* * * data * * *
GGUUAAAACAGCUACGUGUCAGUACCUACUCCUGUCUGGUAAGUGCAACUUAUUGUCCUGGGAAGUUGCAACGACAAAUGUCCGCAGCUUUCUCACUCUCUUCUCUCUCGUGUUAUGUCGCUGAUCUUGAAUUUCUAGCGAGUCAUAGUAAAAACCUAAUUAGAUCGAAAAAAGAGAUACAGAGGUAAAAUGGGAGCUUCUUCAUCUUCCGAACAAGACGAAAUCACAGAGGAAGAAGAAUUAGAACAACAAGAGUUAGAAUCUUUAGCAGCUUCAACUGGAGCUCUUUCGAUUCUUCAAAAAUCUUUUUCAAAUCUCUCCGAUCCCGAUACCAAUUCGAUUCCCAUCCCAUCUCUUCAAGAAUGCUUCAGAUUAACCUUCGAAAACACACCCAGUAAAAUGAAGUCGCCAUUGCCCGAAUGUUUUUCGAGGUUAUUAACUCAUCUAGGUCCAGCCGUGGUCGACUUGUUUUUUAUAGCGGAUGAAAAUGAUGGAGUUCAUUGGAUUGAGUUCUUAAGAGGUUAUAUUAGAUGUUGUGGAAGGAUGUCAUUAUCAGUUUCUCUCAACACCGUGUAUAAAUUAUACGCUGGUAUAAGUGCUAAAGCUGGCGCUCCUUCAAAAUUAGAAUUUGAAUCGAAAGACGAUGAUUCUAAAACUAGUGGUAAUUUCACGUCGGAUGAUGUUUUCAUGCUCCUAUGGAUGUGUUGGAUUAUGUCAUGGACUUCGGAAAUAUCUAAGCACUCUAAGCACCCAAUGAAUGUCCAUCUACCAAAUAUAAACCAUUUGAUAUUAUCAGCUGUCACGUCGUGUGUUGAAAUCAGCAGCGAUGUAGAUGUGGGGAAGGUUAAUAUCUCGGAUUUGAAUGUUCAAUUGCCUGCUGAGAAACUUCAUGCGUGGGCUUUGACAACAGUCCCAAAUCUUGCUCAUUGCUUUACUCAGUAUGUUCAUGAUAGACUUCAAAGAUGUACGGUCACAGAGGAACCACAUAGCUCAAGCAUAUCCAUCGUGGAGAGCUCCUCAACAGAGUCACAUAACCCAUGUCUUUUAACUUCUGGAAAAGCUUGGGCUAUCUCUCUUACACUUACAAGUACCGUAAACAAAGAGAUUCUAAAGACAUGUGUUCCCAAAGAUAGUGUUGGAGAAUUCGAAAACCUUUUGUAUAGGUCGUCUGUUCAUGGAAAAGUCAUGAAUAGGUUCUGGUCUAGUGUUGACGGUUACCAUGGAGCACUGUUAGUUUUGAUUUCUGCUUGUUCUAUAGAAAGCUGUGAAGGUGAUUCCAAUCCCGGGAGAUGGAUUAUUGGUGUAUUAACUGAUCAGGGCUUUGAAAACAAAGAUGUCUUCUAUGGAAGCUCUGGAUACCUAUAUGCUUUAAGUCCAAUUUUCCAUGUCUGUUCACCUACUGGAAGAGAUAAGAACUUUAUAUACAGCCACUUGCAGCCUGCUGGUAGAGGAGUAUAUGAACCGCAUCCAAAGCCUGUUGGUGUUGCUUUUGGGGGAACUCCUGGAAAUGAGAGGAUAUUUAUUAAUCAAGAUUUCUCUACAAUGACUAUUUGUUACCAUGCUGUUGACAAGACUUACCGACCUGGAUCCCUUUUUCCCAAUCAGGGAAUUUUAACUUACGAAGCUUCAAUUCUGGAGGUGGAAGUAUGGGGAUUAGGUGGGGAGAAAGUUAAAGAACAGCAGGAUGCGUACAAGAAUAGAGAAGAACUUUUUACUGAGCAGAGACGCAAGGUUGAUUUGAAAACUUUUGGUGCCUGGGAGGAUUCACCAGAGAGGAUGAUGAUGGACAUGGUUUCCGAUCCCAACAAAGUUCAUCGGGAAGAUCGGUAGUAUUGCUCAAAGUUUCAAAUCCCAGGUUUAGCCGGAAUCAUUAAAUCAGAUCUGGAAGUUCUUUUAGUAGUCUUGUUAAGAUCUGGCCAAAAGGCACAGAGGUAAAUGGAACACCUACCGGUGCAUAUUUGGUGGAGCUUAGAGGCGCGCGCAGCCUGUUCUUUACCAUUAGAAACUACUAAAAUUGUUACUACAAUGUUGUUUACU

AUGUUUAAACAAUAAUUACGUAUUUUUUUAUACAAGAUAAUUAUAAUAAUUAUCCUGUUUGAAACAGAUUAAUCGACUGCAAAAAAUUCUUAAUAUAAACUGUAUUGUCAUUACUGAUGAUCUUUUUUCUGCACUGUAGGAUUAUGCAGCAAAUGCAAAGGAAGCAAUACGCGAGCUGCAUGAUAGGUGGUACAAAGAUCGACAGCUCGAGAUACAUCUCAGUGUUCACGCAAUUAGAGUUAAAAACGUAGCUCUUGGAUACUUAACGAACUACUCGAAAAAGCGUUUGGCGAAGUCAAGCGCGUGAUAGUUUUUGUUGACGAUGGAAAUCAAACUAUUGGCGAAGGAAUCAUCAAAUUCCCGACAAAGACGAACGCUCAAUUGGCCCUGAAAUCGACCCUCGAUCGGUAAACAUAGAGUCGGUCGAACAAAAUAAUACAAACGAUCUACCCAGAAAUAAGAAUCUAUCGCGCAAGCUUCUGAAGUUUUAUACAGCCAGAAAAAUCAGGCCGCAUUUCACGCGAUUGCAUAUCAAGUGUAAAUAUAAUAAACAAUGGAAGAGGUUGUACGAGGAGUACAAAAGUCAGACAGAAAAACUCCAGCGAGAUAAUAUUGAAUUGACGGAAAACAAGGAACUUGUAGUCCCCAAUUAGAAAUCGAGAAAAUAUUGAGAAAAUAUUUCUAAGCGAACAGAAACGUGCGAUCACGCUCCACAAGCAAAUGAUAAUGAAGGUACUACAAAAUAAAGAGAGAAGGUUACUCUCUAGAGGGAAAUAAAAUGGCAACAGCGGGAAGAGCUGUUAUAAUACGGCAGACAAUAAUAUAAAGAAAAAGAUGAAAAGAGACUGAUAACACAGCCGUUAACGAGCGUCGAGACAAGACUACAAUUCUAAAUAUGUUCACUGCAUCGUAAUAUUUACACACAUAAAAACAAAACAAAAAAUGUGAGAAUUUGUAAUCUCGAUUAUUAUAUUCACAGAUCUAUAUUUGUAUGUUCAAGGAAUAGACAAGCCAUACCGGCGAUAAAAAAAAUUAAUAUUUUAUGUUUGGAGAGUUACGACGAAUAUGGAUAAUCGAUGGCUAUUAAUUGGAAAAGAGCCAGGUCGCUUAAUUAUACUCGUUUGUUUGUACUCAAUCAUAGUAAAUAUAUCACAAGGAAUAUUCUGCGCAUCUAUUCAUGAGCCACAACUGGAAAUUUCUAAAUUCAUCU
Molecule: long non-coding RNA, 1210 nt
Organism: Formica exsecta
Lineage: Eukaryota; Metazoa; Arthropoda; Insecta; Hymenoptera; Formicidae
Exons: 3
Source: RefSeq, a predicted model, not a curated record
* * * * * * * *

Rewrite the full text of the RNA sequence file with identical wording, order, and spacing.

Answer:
GGUUAAAACAGCUACGUGUCAGUACCUACUCCUGUCUGGUAAGUGCAACUUAUUGUCCUGGGAAGUUGCAACGACAAAUGUCCGCAGCUUUCUCACUCUCUUCUCUCUCGUGUUAUGUCGCUGAUCUUGAAUUUCUAGCGAGUCAUAGUAAAAACCUAAUUAGAUCGAAAAAAGAGAUACAGAGGUAAAAUGGGAGCUUCUUCAUCUUCCGAACAAGACGAAAUCACAGAGGAAGAAGAAUUAGAACAACAAGAGUUAGAAUCUUUAGCAGCUUCAACUGGAGCUCUUUCGAUUCUUCAAAAAUCUUUUUCAAAUCUCUCCGAUCCCGAUACCAAUUCGAUUCCCAUCCCAUCUCUUCAAGAAUGCUUCAGAUUAACCUUCGAAAACACACCCAGUAAAAUGAAGUCGCCAUUGCCCGAAUGUUUUUCGAGGUUAUUAACUCAUCUAGGUCCAGCCGUGGUCGACUUGUUUUUUAUAGCGGAUGAAAAUGAUGGAGUUCAUUGGAUUGAGUUCUUAAGAGGUUAUAUUAGAUGUUGUGGAAGGAUGUCAUUAUCAGUUUCUCUCAACACCGUGUAUAAAUUAUACGCUGGUAUAAGUGCUAAAGCUGGCGCUCCUUCAAAAUUAGAAUUUGAAUCGAAAGACGAUGAUUCUAAAACUAGUGGUAAUUUCACGUCGGAUGAUGUUUUCAUGCUCCUAUGGAUGUGUUGGAUUAUGUCAUGGACUUCGGAAAUAUCUAAGCACUCUAAGCACCCAAUGAAUGUCCAUCUACCAAAUAUAAACCAUUUGAUAUUAUCAGCUGUCACGUCGUGUGUUGAAAUCAGCAGCGAUGUAGAUGUGGGGAAGGUUAAUAUCUCGGAUUUGAAUGUUCAAUUGCCUGCUGAGAAACUUCAUGCGUGGGCUUUGACAACAGUCCCAAAUCUUGCUCAUUGCUUUACUCAGUAUGUUCAUGAUAGACUUCAAAGAUGUACGGUCACAGAGGAACCACAUAGCUCAAGCAUAUCCAUCGUGGAGAGCUCCUCAACAGAGUCACAUAACCCAUGUCUUUUAACUUCUGGAAAAGCUUGGGCUAUCUCUCUUACACUUACAAGUACCGUAAACAAAGAGAUUCUAAAGACAUGUGUUCCCAAAGAUAGUGUUGGAGAAUUCGAAAACCUUUUGUAUAGGUCGUCUGUUCAUGGAAAAGUCAUGAAUAGGUUCUGGUCUAGUGUUGACGGUUACCAUGGAGCACUGUUAGUUUUGAUUUCUGCUUGUUCUAUAGAAAGCUGUGAAGGUGAUUCCAAUCCCGGGAGAUGGAUUAUUGGUGUAUUAACUGAUCAGGGCUUUGAAAACAAAGAUGUCUUCUAUGGAAGCUCUGGAUACCUAUAUGCUUUAAGUCCAAUUUUCCAUGUCUGUUCACCUACUGGAAGAGAUAAGAACUUUAUAUACAGCCACUUGCAGCCUGCUGGUAGAGGAGUAUAUGAACCGCAUCCAAAGCCUGUUGGUGUUGCUUUUGGGGGAACUCCUGGAAAUGAGAGGAUAUUUAUUAAUCAAGAUUUCUCUACAAUGACUAUUUGUUACCAUGCUGUUGACAAGACUUACCGACCUGGAUCCCUUUUUCCCAAUCAGGGAAUUUUAACUUACGAAGCUUCAAUUCUGGAGGUGGAAGUAUGGGGAUUAGGUGGGGAGAAAGUUAAAGAACAGCAGGAUGCGUACAAGAAUAGAGAAGAACUUUUUACUGAGCAGAGACGCAAGGUUGAUUUGAAAACUUUUGGUGCCUGGGAGGAUUCACCAGAGAGGAUGAUGAUGGACAUGGUUUCCGAUCCCAACAAAGUUCAUCGGGAAGAUCGGUAGUAUUGCUCAAAGUUUCAAAUCCCAGGUUUAGCCGGAAUCAUUAAAUCAGAUCUGGAAGUUCUUUUAGUAGUCUUGUUAAGAUCUGGCCAAAAGGCACAGAGGUAAAUGGAACACCUACCGGUGCAUAUUUGGUGGAGCUUAGAGGCGCGCGCAGCCUGUUCUUUACCAUUAGAAACUACUAAAAUUGUUACUACAAUGUUGUUUACU

AUGUUUAAACAAUAAUUACGUAUUUUUUUAUACAAGAUAAUUAUAAUAAUUAUCCUGUUUGAAACAGAUUAAUCGACUGCAAAAAAUUCUUAAUAUAAACUGUAUUGUCAUUACUGAUGAUCUUUUUUCUGCACUGUAGGAUUAUGCAGCAAAUGCAAAGGAAGCAAUACGCGAGCUGCAUGAUAGGUGGUACAAAGAUCGACAGCUCGAGAUACAUCUCAGUGUUCACGCAAUUAGAGUUAAAAACGUAGCUCUUGGAUACUUAACGAACUACUCGAAAAAGCGUUUGGCGAAGUCAAGCGCGUGAUAGUUUUUGUUGACGAUGGAAAUCAAACUAUUGGCGAAGGAAUCAUCAAAUUCCCGACAAAGACGAACGCUCAAUUGGCCCUGAAAUCGACCCUCGAUCGGUAAACAUAGAGUCGGUCGAACAAAAUAAUACAAACGAUCUACCCAGAAAUAAGAAUCUAUCGCGCAAGCUUCUGAAGUUUUAUACAGCCAGAAAAAUCAGGCCGCAUUUCACGCGAUUGCAUAUCAAGUGUAAAUAUAAUAAACAAUGGAAGAGGUUGUACGAGGAGUACAAAAGUCAGACAGAAAAACUCCAGCGAGAUAAUAUUGAAUUGACGGAAAACAAGGAACUUGUAGUCCCCAAUUAGAAAUCGAGAAAAUAUUGAGAAAAUAUUUCUAAGCGAACAGAAACGUGCGAUCACGCUCCACAAGCAAAUGAUAAUGAAGGUACUACAAAAUAAAGAGAGAAGGUUACUCUCUAGAGGGAAAUAAAAUGGCAACAGCGGGAAGAGCUGUUAUAAUACGGCAGACAAUAAUAUAAAGAAAAAGAUGAAAAGAGACUGAUAACACAGCCGUUAACGAGCGUCGAGACAAGACUACAAUUCUAAAUAUGUUCACUGCAUCGUAAUAUUUACACACAUAAAAACAAAACAAAAAAUGUGAGAAUUUGUAAUCUCGAUUAUUAUAUUCACAGAUCUAUAUUUGUAUGUUCAAGGAAUAGACAAGCCAUACCGGCGAUAAAAAAAAUUAAUAUUUUAUGUUUGGAGAGUUACGACGAAUAUGGAUAAUCGAUGGCUAUUAAUUGGAAAAGAGCCAGGUCGCUUAAUUAUACUCGUUUGUUUGUACUCAAUCAUAGUAAAUAUAUCACAAGGAAUAUUCUGCGCAUCUAUUCAUGAGCCACAACUGGAAAUUUCUAAAUUCAUCU
Molecule: long non-coding RNA, 1210 nt
Organism: Formica exsecta
Lineage: Eukaryota; Metazoa; Arthropoda; Insecta; Hymenoptera; Formicidae
Exons: 3
Source: RefSeq, a predicted model, not a curated record